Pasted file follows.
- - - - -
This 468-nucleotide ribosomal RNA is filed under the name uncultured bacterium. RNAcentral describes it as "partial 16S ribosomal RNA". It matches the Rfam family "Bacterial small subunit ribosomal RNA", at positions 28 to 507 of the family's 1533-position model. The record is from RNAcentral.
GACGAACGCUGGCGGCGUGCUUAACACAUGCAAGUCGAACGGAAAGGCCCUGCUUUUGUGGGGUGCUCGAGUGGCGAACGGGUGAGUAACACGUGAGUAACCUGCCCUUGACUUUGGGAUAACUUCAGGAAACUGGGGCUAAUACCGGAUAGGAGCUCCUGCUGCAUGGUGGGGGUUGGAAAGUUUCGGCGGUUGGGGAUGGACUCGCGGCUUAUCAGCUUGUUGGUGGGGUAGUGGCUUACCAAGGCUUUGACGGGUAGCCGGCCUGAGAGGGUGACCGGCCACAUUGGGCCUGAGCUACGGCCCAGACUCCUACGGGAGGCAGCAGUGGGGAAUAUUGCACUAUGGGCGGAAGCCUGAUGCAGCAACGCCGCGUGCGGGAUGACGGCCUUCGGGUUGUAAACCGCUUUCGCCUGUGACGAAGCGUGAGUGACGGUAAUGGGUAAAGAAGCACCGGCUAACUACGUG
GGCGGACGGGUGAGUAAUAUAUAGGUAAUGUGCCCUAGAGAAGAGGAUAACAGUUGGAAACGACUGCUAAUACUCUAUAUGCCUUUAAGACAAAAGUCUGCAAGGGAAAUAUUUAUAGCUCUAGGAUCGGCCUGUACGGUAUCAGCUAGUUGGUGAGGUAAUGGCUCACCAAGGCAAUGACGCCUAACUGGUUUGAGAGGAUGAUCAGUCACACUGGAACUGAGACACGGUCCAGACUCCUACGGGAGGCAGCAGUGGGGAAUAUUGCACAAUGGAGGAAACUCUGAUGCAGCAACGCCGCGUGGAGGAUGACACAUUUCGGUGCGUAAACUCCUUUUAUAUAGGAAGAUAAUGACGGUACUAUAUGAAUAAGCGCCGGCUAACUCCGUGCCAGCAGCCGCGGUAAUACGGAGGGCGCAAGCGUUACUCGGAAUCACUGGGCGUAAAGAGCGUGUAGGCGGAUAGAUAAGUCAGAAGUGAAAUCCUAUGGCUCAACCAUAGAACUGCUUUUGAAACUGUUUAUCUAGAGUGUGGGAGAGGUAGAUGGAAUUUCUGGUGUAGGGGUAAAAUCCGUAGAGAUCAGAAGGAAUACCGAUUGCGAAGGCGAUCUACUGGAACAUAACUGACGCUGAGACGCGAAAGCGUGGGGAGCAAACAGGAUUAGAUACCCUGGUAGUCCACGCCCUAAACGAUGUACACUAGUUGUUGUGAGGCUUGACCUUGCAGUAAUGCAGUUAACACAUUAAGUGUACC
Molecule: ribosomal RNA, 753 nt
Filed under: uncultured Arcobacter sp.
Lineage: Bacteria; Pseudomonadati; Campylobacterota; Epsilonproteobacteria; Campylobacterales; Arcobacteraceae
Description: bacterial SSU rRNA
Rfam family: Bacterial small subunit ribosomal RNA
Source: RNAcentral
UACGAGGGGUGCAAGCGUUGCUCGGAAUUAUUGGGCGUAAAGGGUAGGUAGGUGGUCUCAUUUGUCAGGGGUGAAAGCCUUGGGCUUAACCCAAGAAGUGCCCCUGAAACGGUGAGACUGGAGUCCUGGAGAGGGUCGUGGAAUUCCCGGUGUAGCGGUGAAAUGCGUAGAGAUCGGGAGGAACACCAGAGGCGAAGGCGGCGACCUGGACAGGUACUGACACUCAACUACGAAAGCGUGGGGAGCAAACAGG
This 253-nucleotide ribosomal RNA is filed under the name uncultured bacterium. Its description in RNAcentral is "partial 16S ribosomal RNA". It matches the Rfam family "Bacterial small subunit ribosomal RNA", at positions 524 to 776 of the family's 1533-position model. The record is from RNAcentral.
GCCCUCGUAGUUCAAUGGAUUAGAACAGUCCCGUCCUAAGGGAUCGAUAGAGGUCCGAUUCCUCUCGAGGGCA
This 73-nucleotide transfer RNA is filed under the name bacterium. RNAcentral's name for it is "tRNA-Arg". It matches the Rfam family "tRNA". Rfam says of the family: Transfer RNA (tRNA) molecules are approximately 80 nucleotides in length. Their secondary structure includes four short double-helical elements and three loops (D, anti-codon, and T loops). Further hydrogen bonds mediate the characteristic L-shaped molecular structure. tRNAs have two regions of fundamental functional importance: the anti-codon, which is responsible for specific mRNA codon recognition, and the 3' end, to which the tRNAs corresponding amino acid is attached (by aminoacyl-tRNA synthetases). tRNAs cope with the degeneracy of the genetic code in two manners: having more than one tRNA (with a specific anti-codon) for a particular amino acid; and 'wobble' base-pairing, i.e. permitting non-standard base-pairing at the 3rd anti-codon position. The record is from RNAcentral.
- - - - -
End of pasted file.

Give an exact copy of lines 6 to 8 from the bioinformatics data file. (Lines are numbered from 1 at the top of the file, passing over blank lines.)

Lineage: Bacteria; Pseudomonadati; Campylobacterota; Epsilonproteobacteria; Campylobacterales; Arcobacteraceae
Description: bacterial SSU rRNA
Rfam family: Bacterial small subunit ribosomal RNA